A week and a half ago during Greg's visit to the heart transplant clinic, the doctors realized that Greg has been in constant atrial fibrillation since the beginning of August (they detected this by downloading information off of his ICD/pacemaker).  Atrial fibrillation is an arrhythmia problem in which the atria and beating so fast that they are not effective at pumping blood into the ventricles.  This can cause blood to pool in the heart and eventually lead to blood clots, putting the patient at risk of stroke.  With Greg's atrial fibrillation going undetected for so long and his heart failure being severe, Greg is at a high risk of having a stroke.  The doctors immediately decided to schedule a heart catheterization for today so that they could gather more information on Greg's current heart function and determine how to proceed.  At this point the doctors are unsure if Greg developed atrial fibrillation (much like he had developed atrial flutter in March 2009) due to ARVD and the progressive nature of the disease which then caused him to retain fluid or if Greg was retaining more fluid which caused the atrial fibrillation.  These processes are very complicated and Greg's heart has so many different issues that there could be a variety of factors involved.

During today's heart catheterization, the doctors found that Greg's heart failure is very severe at this point - almost identical to what it was last November-December when he was first diagnosed and before they began to treat him.  Again, this is evidence that his ARVD is progressing because Greg is being extensively treated for heart failure and it is becoming increasingly ineffective.  His heart is in such bad shape that they decided they cannot allow him to continue to carry so much fluid and are going to aggresively diurese him again to remove the 17 or so pounds of fluid that he is currently carrying.  Greg is really looking forward to getting the extra fluid off - he has been having a lot of trouble breathing (especially at night and hasn't been able to sleep in bed because its so flat that he ends up gasping for breath), his exercise tolerance has decreased dramatically, his appetite nearly disappeared, and his energy really bottomed out.  The past two weeks have been almost identical to last fall and they have been awful for him.  The doctors will be using the diuretic that is effective at removing water but also removes potassium because it is the only diuretic that he can take from home that will work on him.  Unfortunately this probably means he will spend at least one night in the hospital this or next week so that his potassium levels can be brought back into a safe zone - though we are praying that he will be able to stay at home!  Staying in the hospital is always a bummer, but it would be worth it to get the water off and prevent more arrhythmias!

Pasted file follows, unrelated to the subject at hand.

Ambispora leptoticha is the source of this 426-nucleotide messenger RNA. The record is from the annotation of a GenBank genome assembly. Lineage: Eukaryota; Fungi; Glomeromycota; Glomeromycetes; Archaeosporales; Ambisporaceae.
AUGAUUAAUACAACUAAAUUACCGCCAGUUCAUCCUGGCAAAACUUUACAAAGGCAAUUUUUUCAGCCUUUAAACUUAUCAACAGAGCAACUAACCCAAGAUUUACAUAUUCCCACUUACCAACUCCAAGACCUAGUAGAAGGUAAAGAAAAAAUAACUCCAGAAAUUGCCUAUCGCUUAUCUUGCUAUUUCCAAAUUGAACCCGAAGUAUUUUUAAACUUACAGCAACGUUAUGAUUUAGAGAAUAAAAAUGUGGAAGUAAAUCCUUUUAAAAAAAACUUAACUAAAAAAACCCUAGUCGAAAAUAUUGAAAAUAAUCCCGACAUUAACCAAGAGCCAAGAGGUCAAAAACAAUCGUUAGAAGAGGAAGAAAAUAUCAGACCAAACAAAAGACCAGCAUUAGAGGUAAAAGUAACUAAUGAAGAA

Greg started a blood thinner tonight that will hopefully prevent blood clots from forming.  It is a tricky drug to administer and Greg will have to frequently have blood drawn to make sure he's at a safe level where he won't develop clots but also won't be at risk of complications from bleeding.  Once Greg is back down to a "dry weight" at which his heart can function properly (and hopefully his symptoms are significantly lessened), the doctors will address the atrial fibrillation.  First they will perform a special echocardiogram to make sure that there are no blood clots sitting in his heart.  Then they will use his defibrillator to attempt to shock his heart back into a safe rhythm.  If this isn't successful they will begin to explore different medications that can help with atrial arrhythmias.  The doctors told us that even if the atrial fibrillation is fixed it could only be temporary and they will be constantly looking for any signs that it has returned.  Unfortunately this is something that one would expect to see as a heart degenerates.  It isn't what we hoped for, but it is one of the complications that can happen in a situation like Greg's.

This next week will be pretty full with blood tests and appointments to make sure Greg is safe and doesn't need to be admitted to the hospital for potassium or IV diuretics, and it looks like we'll be spending more time at the hospital than we have in a while.  This is disappointing (the semester is in full swing now and we are so glad to be on campus doing ministry) but we are grateful that they finally understand why Greg's symptoms have gotten so much worse over the past month and we are hopeful that they will be able to use the information gained today to get things under control. 

At this point Greg will continue to be a 1B exception on the heart transplant list.  He is still not at the top of the list and may not be for quite a few months.  There is such a huge need for organ transplants throughout the country and there are never enough for all of the people who need them.  So we're still waiting, and we're praying that we'll be able to put off the transplant for a long time (transplant is a huge ordeal to go through and is a very scary thing) - though with Greg's condition worsening it feels unlikely sometimes.
Greg is scheduled to speak at the large-group Cru meeting this coming Thursday and he is really looking forward to the opportunity.  The doctors were wonderful about scheduling appointments to make it less likely that Greg would be admitted to the hospital on Thursday but that is a possibility depending on how the week goes.  Please pray with us that Greg will be healthy enough to not be admitted and that he'll be able to speak at Cru - it is something that he is very passionate about (and gifted in!) and it would be really encouraging to him.  He's actually planning to share his story and what he's learned this year about Jesus being with us when we suffer. 

On a more personal note, we continue to grow in our ability to handle everything that's being thrown at us.  This year has been so overwhelming and so difficult, yet somehow Jesus has sustained us day-by-day and minute-by-minute.  We constantly fight depression and despair and the lack of hope caused by disappointment after disappointment.  Yet looking back to when the heart transplant "chapter" began, we can see how we've grown emotionally and spiritually over the past 8 months - though there is so far to go and each new issue with Greg's health brings new struggles.  We would really appreciate your prayers for us - that we would have strength and hope, and that we would really know and believe deep, deep down that Jesus will never leave us or forsake us (Hebrews 13:5).  Thank you so much for your continued prayers and support on our behalf.